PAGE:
Cambridge District Scout Archives
Scouting for Boys recommended that Scouts should carry “a strong stick, about as high as your nose, marked in feet and inches for measuring”. The staff was later made part of the uniform and height became a standard 5 ft. 6 ins. (c. 168cm). Patrol Leaders carried a white pennant on their staffs, showing a silhouette of their Patrol animal.
1943 The Scouter ‘Stave is the plural of the musical term staff’ Staff and staffs – but the term ‘stave’ is freely used in The Scouter and elsewhere.
In 1909 Headquarters published a list of equipment that could be obtained for as little as 1/10½ (that is less than ten pence). Amongst these was a staff which could be had ‘by all country boys for the trouble of cutting it. Town boys can buy a broom handle for 2d.’ (about one pence).
(For a very clear set of ‘broomstick’ staffs see people/ BP in Cambridge/ BP in Cambridge 1911/ and view BP and Girl guides.)
Clearly this bit of the uniform was not always carried. In 1917 B-P was deploring the habit of parading without the staff. In 1921 he wrote ‘I will not inspect Scouts at Rallies who have not their staffs with them.’ He believed that it was a distinctive feature of the uniform.
From HQ Gazette
- April 1917 Away with the broomstick, natural staff is the thing, broomsticks are open to ridicule
- Jan 1921 Describes a sling to carry staff on a hike
In 1930 BP wrote in The Scouter ‘We also rejoice in the freedom of bare legs and bare feet and we put our staffs to one side – in camp’.
In 1932 the local Grafton Street Gazette (District newsletter) had two adjacent notifications
- Guard of Honour for Princess Helena Victoria ‘Staffs must be carried’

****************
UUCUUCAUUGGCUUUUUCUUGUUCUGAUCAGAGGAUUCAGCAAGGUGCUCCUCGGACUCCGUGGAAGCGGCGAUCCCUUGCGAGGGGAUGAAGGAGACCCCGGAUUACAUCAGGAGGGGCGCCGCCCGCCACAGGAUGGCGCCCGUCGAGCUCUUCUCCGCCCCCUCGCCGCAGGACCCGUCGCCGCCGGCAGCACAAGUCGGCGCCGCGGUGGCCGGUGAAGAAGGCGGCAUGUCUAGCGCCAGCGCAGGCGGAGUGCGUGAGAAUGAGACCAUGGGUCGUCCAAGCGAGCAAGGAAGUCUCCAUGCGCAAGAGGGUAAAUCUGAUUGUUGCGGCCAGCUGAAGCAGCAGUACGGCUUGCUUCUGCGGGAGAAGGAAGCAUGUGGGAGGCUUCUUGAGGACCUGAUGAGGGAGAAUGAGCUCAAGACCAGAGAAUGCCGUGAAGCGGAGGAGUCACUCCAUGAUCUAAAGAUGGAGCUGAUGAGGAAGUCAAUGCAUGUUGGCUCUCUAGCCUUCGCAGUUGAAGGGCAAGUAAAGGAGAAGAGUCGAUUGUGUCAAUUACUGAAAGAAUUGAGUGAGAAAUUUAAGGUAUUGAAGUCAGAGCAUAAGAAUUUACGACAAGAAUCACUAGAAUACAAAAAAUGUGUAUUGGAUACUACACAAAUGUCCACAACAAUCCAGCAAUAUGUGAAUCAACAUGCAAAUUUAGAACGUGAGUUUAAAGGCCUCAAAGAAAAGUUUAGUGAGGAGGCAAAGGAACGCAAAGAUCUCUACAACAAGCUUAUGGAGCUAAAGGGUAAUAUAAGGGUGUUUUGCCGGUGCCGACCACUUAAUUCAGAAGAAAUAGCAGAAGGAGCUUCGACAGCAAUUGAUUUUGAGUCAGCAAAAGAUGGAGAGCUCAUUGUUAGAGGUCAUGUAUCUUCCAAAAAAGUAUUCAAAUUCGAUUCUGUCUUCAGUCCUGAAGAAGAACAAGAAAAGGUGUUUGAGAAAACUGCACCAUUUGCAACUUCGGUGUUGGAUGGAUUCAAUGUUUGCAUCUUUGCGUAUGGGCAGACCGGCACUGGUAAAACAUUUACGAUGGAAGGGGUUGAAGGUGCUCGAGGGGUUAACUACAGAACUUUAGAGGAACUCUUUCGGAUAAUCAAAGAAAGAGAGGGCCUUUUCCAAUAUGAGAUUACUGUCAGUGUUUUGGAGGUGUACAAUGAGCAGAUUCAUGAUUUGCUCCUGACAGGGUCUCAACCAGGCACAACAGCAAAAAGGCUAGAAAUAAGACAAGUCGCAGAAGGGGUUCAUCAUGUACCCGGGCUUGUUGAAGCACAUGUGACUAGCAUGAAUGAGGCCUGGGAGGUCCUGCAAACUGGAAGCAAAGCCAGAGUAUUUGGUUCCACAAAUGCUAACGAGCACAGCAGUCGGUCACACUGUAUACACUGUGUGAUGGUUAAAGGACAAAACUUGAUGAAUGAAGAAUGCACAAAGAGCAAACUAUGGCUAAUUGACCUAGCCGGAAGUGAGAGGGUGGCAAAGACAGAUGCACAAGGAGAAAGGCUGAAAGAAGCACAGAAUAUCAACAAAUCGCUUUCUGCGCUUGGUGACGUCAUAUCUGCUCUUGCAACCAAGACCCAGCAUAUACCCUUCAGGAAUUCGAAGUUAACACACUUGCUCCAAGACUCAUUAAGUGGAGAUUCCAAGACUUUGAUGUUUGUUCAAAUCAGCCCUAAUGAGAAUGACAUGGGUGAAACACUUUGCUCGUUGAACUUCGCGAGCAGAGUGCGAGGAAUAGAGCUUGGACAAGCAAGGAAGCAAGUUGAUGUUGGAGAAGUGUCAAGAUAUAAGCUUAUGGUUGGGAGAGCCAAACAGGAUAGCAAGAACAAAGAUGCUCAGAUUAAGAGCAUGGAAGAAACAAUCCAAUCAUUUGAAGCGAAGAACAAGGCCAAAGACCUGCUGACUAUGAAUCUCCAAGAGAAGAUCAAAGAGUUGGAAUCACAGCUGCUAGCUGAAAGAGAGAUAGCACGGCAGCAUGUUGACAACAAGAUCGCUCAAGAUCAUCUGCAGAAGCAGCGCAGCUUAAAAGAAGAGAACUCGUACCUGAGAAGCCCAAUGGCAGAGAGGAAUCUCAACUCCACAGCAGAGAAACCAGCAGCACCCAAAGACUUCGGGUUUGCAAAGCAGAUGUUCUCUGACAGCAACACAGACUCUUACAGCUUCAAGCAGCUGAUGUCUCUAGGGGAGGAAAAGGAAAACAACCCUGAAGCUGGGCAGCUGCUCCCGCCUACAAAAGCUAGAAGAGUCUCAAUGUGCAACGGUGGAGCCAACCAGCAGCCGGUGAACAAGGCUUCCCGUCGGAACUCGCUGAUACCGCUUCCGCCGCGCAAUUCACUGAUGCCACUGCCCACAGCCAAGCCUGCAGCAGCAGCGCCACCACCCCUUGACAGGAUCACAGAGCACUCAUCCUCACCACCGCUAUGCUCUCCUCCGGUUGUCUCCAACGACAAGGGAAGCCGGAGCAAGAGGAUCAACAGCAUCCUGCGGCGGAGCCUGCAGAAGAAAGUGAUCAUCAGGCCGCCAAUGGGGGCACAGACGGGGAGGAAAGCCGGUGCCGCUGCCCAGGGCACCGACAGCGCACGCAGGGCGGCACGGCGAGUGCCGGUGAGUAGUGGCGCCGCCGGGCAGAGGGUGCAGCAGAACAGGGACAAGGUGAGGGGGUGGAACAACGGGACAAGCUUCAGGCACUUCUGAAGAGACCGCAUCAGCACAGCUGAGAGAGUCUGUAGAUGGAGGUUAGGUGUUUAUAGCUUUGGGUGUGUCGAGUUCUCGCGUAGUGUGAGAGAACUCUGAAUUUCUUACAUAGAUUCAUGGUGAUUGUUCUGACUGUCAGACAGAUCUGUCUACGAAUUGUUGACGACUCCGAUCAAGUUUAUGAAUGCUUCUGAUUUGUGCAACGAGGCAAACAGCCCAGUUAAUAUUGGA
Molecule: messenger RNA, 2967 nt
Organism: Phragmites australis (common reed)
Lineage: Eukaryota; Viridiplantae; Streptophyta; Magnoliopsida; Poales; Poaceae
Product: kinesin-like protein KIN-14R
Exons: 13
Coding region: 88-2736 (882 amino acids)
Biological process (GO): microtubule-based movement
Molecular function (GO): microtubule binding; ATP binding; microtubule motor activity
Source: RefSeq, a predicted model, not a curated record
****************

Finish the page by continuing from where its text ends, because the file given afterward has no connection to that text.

- Representative Party at Great Saint Mary’s Armistice Service (No Staffs)
1938 POR states
- ‘Every Scout including a Sea Scout, should be equipped with a natural wood staff, marked in feet and inches, to be carried on all appropriate occasions.’ The ‘natural’ again suggests broomsticks were not an option.
- Deep sea scouts ‘will not’ carry staffs.
In March 1942 The Scouter acknowledged that the staff was awkward to carry and could be carried slung.
They were unwieldy in many situations. This sketch from 1952 recognises this and suggests that staffs be bundled together and sent with Troop equipment.
Often staffs were stored in the meeting room between being used and became communal property as was recognised in the 1963 Scoutmasters Guide A – Z ‘The Scout staff is now a piece of Troop, rather than personal equipment’
Staffs in use
Saluting guides assumed that a staff would be carried; implying the salute when not carrying a staff was the less usual option.
‘Hand salutes used only when Scouts are not carrying staffs.’ POR 1919
Quarter stick work was an option for the Master at Arms badge.